A water filter can be a good investment, but for many homeowners this is a daunting prospect. The type of filtration system that you need can vary depending on the local water conditions, your water usage, your home layout and more. There are many brands and types of filtration systems on the market and it can be hard to make a final decision. Correct installation is important if you want access to clean and fresh water and it makes sense to involve your local water treatment specialist at an early stage. They can help you to find the right system to meet your needs and install it for you. Here are a few things to consider when it comes to choosing a new water filter system.

Point-of-Use vs. Whole-House

There are two broad categories of water filter systems, they are point-of-use (POU) and whole house, which is sometimes referred to a point-of-entry (POE). Although they both filter and clean the incoming water they are quite different.


This filtration system is installed at the point where the municipal water line enters your home. All the water is filtered to provide cleaner water to every tap and plumbing fixture in your home. This is an ideal option if you want cleaner water for showering, bathing, laundry and any other water related tasks. The downside is that this is a more expensive option because the system needs to be larger to handle the higher water volume.


A POU filtration system is usually installed at a single discrete point somewhere in your home. This is typically the tap at the kitchen sink to supply filtered water to that faucet only. This allows the homeowner to fill pitchers, make beverages, cook, bake and carry out food prep with cleaner water. Although you won’t get filtered water at every tap and fixture this is a less expensive option for people that want cleaner water on a budget.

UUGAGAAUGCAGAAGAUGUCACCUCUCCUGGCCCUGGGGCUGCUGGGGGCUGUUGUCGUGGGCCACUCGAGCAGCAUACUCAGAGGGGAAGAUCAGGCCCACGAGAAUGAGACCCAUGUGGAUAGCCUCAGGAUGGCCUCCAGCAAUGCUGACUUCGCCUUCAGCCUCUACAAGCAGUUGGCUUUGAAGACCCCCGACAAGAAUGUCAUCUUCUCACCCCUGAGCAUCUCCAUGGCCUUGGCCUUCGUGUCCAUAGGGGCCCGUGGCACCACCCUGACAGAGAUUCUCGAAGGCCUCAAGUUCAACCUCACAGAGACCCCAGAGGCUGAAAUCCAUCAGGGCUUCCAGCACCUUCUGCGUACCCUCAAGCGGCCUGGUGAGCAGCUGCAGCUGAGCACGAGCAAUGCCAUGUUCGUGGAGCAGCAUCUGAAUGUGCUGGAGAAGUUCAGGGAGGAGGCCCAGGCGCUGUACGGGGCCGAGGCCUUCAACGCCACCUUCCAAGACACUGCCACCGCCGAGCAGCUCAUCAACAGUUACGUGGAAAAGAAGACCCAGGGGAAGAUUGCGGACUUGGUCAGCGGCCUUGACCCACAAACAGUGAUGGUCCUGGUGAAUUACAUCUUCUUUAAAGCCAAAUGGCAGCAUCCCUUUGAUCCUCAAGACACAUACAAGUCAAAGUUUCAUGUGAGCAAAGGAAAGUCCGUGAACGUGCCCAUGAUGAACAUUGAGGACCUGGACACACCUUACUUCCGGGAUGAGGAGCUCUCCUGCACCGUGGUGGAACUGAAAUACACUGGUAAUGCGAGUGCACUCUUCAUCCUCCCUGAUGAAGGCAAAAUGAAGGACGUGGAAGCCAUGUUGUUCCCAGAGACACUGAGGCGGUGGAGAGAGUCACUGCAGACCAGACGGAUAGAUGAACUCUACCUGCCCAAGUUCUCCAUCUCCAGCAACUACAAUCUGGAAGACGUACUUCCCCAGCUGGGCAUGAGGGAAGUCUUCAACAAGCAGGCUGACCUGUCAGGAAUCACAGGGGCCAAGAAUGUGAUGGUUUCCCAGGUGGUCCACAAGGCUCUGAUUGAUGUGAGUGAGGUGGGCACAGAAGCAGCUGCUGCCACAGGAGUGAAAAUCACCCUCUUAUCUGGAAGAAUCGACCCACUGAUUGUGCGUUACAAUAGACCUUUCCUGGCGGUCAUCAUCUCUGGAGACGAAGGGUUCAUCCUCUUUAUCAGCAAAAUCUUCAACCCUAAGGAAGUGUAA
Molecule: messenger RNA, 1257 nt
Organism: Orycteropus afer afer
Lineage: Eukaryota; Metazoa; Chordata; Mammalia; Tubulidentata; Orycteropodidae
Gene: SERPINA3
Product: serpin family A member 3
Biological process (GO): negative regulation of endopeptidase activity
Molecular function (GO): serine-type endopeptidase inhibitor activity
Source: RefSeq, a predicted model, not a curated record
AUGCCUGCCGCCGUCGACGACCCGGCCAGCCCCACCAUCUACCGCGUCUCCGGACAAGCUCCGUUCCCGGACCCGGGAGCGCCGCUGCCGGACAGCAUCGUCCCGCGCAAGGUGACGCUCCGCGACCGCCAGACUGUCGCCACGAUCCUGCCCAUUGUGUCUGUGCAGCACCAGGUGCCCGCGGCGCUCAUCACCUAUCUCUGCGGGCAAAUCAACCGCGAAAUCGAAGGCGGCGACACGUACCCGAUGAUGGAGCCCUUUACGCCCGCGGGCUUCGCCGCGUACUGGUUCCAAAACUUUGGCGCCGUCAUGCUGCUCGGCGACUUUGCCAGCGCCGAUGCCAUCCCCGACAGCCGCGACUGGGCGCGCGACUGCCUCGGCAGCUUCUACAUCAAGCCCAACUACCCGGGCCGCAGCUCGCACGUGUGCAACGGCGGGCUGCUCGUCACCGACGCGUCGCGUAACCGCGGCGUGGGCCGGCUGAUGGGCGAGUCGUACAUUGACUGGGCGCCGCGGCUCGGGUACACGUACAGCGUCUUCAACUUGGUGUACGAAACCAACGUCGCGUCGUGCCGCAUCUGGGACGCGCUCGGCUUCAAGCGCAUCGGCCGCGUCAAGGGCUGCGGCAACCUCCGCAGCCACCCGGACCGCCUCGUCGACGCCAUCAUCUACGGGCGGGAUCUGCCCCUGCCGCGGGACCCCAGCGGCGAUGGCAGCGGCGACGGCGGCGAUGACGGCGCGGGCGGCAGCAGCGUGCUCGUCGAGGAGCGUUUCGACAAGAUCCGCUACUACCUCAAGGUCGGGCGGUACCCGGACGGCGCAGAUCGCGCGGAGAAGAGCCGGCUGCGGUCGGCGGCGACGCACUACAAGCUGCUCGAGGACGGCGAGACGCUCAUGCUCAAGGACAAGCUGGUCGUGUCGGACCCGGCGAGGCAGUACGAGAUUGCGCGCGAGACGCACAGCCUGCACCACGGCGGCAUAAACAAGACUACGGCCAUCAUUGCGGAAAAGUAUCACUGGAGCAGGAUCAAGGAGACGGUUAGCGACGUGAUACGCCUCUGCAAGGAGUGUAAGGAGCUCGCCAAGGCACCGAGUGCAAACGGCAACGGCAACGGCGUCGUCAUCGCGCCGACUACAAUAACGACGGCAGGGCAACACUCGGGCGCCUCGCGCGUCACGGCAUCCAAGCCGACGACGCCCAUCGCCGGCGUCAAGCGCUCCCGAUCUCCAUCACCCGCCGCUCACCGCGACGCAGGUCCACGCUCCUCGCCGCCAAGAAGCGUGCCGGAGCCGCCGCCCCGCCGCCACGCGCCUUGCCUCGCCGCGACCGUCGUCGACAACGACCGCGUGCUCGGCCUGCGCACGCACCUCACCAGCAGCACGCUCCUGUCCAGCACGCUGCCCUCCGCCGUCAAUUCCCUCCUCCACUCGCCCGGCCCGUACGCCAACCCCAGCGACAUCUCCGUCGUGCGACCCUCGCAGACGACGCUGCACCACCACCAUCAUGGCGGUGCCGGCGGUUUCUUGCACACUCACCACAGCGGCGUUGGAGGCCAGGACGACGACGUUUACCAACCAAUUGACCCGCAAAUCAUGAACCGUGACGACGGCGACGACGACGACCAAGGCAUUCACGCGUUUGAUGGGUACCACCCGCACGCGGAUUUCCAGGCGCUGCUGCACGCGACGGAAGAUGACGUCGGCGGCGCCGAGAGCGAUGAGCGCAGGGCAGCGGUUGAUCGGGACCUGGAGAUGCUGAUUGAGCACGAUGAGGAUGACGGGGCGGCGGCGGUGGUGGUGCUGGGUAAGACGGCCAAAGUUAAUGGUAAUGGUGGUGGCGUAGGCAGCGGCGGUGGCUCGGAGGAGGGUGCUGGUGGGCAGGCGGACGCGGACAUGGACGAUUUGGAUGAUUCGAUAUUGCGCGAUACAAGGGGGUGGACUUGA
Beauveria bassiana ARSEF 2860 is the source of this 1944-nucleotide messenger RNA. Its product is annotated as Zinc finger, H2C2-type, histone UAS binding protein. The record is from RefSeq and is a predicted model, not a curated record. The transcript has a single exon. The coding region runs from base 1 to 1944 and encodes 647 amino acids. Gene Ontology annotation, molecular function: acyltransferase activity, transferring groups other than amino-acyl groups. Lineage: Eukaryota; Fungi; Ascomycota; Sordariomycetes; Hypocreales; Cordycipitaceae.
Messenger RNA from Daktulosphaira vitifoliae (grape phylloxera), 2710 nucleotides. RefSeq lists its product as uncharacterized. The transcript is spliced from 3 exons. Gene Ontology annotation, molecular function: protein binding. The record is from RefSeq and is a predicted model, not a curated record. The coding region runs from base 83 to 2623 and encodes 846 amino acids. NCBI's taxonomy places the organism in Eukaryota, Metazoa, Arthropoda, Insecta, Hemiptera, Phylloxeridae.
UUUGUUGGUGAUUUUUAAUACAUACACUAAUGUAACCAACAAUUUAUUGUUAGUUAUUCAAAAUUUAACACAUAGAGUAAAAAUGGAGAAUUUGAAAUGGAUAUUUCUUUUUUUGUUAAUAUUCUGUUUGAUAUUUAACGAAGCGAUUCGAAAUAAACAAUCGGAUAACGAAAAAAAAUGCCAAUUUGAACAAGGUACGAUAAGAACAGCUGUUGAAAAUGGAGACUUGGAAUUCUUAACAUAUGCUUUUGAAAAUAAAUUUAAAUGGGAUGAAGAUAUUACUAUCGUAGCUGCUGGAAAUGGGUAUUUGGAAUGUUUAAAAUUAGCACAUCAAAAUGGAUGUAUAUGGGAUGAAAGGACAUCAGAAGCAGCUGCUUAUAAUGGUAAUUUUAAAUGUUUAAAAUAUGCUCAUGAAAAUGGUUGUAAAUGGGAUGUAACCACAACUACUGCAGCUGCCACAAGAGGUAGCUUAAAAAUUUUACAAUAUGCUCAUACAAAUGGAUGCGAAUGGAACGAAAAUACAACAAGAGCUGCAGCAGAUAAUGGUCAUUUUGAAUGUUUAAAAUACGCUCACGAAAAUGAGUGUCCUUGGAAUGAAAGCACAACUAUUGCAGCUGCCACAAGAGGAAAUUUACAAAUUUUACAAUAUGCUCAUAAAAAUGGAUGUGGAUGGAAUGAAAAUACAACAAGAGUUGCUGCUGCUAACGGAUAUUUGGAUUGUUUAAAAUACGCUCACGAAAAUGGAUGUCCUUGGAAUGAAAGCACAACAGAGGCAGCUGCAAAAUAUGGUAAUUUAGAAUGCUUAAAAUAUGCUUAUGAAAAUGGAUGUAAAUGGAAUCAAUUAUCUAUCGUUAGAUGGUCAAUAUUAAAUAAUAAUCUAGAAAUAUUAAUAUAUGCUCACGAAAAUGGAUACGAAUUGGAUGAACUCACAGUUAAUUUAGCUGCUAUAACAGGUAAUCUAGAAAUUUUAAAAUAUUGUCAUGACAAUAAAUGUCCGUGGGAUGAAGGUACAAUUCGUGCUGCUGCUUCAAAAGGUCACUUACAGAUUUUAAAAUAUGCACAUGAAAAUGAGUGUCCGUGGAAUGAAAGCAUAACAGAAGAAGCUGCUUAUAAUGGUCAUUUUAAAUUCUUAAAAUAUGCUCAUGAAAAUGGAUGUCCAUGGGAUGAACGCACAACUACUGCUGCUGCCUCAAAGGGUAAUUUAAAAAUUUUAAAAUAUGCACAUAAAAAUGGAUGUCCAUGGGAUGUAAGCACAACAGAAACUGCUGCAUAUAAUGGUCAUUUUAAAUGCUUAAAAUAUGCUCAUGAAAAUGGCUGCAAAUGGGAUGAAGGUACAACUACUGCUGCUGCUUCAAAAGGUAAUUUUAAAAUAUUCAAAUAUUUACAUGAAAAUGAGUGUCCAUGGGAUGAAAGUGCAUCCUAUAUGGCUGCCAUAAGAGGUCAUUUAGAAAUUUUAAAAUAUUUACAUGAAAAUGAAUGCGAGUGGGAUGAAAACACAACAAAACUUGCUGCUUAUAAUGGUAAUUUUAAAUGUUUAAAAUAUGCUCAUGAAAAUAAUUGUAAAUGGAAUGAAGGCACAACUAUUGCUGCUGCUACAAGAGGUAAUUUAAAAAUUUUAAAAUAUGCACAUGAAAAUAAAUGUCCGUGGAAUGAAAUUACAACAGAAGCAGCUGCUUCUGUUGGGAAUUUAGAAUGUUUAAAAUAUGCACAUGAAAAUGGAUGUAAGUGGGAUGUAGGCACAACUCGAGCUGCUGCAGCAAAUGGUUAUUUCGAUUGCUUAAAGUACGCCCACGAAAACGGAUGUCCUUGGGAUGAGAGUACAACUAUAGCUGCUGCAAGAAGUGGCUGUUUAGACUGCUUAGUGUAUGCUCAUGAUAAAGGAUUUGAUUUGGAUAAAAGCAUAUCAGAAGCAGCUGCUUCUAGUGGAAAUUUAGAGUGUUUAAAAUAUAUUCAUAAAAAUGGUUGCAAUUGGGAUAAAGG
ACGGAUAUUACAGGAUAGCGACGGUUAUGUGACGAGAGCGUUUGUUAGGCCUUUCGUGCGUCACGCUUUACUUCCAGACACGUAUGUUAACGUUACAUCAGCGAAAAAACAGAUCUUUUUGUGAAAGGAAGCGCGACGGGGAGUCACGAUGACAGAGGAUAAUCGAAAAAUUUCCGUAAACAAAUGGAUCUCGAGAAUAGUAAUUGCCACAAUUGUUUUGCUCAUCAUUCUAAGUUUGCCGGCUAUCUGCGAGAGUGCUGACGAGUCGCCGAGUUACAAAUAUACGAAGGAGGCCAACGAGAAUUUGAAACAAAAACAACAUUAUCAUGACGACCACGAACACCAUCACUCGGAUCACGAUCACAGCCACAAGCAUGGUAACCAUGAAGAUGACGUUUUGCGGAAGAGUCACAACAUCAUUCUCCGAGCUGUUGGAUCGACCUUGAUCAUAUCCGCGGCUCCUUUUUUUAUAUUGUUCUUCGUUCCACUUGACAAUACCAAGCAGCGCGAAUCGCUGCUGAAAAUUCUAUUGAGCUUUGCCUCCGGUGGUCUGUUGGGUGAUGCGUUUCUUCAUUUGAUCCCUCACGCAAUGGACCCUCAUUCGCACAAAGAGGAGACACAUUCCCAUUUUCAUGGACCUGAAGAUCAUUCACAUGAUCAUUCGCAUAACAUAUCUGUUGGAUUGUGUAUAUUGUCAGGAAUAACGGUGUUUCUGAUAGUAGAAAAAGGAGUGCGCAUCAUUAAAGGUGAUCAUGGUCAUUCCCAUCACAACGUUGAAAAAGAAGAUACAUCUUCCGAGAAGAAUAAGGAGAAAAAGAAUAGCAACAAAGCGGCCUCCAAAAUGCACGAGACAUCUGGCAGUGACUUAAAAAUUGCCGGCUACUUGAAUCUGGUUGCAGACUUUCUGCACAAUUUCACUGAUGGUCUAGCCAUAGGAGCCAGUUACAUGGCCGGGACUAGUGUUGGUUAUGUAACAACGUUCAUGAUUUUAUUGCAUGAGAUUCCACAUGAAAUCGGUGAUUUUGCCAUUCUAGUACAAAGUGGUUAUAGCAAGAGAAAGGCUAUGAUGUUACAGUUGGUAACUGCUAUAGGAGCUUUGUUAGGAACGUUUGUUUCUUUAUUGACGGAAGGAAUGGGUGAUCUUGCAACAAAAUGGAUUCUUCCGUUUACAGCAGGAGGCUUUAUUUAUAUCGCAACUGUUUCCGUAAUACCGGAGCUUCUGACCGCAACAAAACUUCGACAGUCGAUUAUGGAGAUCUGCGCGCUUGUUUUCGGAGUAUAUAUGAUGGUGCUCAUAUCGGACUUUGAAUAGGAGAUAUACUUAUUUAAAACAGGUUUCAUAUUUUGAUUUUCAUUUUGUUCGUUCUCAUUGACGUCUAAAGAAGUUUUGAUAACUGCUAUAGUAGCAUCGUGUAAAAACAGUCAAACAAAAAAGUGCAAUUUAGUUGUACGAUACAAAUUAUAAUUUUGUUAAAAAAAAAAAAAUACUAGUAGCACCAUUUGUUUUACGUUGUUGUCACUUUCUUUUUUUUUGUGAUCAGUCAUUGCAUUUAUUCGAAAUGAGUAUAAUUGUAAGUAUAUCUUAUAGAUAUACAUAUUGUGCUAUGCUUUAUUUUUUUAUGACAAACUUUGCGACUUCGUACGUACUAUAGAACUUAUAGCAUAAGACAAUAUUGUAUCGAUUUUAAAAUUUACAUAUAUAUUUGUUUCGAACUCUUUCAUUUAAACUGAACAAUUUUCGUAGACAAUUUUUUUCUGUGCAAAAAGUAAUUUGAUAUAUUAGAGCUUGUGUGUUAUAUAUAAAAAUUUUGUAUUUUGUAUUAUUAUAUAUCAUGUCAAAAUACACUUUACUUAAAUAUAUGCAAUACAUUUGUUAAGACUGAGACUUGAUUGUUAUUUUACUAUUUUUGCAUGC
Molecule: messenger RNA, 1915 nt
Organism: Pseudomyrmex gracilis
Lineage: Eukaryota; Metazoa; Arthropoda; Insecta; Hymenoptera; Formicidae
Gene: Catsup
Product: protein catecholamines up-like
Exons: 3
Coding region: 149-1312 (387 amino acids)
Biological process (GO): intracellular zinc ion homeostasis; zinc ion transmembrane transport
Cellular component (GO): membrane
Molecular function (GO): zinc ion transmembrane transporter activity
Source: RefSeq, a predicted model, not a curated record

The Filtration System Options

There are three main types of water filtration systems used in homes today, they are: activated carbon, reverse osmosis and ion-exchange water softeners.

Activated Carbon

Activated carbon is an enhanced version of charcoal that has been used to filter water for centuries. This media has a large surface compared to its relative size and the pores are very effective when it comes to trapping particulates.

Reverse Osmosis (RO)

The RO system forces the incoming water under pressure through a semi-permeable membrane. The membrane pores are very small, and only pure water molecules can pass through. This is a very effective method of filtration, but it takes time, so the filtered water is stored in a convenient tank for on-demand access.

Ion-Exchange Water Softening

This system uses resin media, the ions that cause water hardness are attracted to the surface and exchanged with sodium (salt) ions. This makes the water easier to use, and people sensitive to sodium can use a potassium water softener instead.

If you need help choosing and installing a water filtration system to suit your needs, contact your local water treatment specialist today.

By EcoWater Systems.
EcoWater Systems of Nebraska is the largest water treatment company in the state and is a member of Water Quality Association.